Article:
One thing the ABC did do well, was his decision to use the indaba method of discussion – rather than the larger chamber discussion, which might well have become incendiary. Interestingly, Pope Francis used the very same method – asking his cardinals to ‘say what they were really thinking’, rather than succumbing to the more restrictive, formal atmosphere of the larger group. Justin’s well-thought plan on this occasion at least prevented the ‘pure and holy brigade’ from the GS./GAFCON faction from taking over the proceedings. This meant that their promotion of Lambeth 1:10 did not get onto the official agenda… Read more »
Indaba was Rowan Williams’s idea, not Justin Welby’s. Remember how he was planning to have “yes” and “yes, but” options for the “Lambeth Calls”?! The recent Lambeth Conference only worked because the voting mechanism was abandoned, which ended up taking the heat out of the issues you name. The political skulduggery continued anyway.
‘I cannot think of one thing that has gone well for him.’ I’ll just suggest one here. And a very major achievement at that. We now have women who are bishops in the CofE. (And who didn’t have a ‘terrible pandemic’ as a matter of interest?)
Members of Forward in Faith ( and some evangelicals) might claim having women bishops is another of Welby’s great mistakes.
We do but hardly on equal terms – his changes to the Canterbury CNC makes the selection of a woman very unlikely.
Of the five extra members from the Communion at least two have to be women. Most women are not opposed to women being equal in ministry, particularly if they are ordained.
Fr DavidH The decision (mistaken or not) to include women in the episcopate (as it was to ordain them) was Synod’s not the Archbishop’s.
Kate The CNC is elected not appointed by the Archbishop.
Nevertheless you seem to suggest that women bishops are “a great achievement” for Mr Welby since it’s”gone well for him”.
I think facilitating a stuck process through synod in a format all sides could support was a great achievement. I offered this as one example of something going well to a contributor who could not think of anything that had for the ABC. I did not say all it has gone well for him. It never does for leaders.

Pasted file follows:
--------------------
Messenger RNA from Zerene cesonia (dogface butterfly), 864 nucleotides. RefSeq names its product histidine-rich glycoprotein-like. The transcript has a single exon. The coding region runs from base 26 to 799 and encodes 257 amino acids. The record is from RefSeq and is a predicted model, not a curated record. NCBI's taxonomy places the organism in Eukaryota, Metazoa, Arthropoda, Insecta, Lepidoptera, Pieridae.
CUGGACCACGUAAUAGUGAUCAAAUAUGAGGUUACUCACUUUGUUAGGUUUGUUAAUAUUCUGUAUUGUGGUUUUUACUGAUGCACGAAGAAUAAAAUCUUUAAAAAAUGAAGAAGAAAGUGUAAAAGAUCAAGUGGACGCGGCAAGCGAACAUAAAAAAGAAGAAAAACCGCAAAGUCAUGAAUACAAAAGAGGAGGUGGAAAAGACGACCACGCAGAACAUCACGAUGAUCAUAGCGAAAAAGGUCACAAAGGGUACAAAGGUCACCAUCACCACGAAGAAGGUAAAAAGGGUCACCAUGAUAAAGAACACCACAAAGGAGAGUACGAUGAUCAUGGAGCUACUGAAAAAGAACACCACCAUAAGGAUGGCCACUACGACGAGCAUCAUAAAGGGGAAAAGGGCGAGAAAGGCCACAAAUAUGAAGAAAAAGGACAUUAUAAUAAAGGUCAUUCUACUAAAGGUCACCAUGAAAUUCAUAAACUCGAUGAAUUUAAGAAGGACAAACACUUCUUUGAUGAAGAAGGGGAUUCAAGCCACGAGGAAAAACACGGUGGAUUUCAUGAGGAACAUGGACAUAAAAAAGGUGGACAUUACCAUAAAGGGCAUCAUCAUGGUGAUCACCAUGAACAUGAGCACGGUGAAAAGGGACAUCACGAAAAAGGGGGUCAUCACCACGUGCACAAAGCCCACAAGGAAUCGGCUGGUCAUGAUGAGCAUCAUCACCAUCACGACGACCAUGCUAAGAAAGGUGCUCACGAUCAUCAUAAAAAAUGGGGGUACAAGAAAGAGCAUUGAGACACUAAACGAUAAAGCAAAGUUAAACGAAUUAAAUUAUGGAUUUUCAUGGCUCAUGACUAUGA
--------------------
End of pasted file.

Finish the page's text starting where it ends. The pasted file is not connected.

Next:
“the current bench of bishops are a cautious, mediocre, uninspiring lot, all growing grey together. ” says Stephen Bates. True. What he doesn’t say is just how inward looking they are too. Where are the bishops raising money, say, for ambulances for the Ukraine – and driving one there (as an RC Cardinal did)? Where are the bishops spending a morning a week helping out at their local food bank? Where are the bishops offering daily prayer livestreamed from their chapel? Actually – where are they – what are they doing for the good of others beyond the church? I wonder… Read more »
Stephen Bates mistakenly defines the parish share as “ the annual financial support owed by each parish to their diocese based on size of congregation”. Parish Share is the amount of money that a parish is asked to contribute. With energy costs rising exponentially and all other costs rising with inflation, many parishes will not be able to pay their parish share in 2022/3 and 2023/4. David Ison’s aversion to telling the good news (aka gospel) of salvation is unlikely to lead to lead to the numerical church growth necessary to arrest the decline of the Church of England. Those… Read more »
I’m not sure quite what you mean by ‘preach the gospel’, Bob. But it’s not the case that preaching and teaching the Bible, or an evangelical ministry (if that’s what you mean) always results in growth. Much depends on factors like the population and social mix of the local area, and what competition there is from other churches. Many a faithful vicar has watched in chagrin as a well-resourced church plant, or a church which has ‘gone charismatic’, leaches their congregation away. And in poorer areas with an unstable population, people often move away just as the preaching of the… Read more »
I was basing my comments on the results of research being done into church growth/decline by churchmodel.org. There are those denominations which are in decline and those that are growing numerically.
Oddly enough, when I try to reach churchmodel.org, I am told the site cannot be reached. And when I search Google for “churchmodel” all that comes up is places selling miniature models of church buildings.
The full web address is churchmodel.org.uk. Presumably it didn’t work in USA without ‘uk’.
Hopefully this will work. https://churchmodel.org.uk/2022/05/15/growth-decline-and-extinction-of-uk-churches/
Thank you. However, this seems to be about denominations rather than individual churches and clergy, so whether or not they ‘preach the gospel’ is far too general a criterion to judge by. The C of E is blessed with preachers of a very broad range of approach and ability, as you will know.
It’s churchmodel.org.uk, and the word ‘research’ is doing a lot of work in your description. Articles by the author behind churchmodel.org.uk- John Hayward- feature on the Anglican Mainstream web site. That doesn’t make him wrong… but that aside I think the method of prediction is way too crude. According to the person behind churchmodel. decline is the fault of ‘progressive ideology’, which is just impossible to state because the data really, really isn’t there to back up such a statement, one way or another. Do we really, in 2022 need to say ‘correlation is not causation’? That denominations with ‘progressive… Read more »
I think that ‘Bums on Seats’ may sometimes be an actual fruit of what its leaders are pleased to call ‘orthodox’ teaching – especially when it involves the sort of cultic ‘Sola Scriptura’ fundamentalist ‘theology’ that encourages leaving more sacramental ‘Tradition’ and the engagement of more balanced, human ‘Reason’ outside of the meeting. What such people seem to downgrade is the amazing fact that ‘The Word’ (Bible?) had to ‘become flesh’ in order to redeem the world (all of it, not just the self-righteous).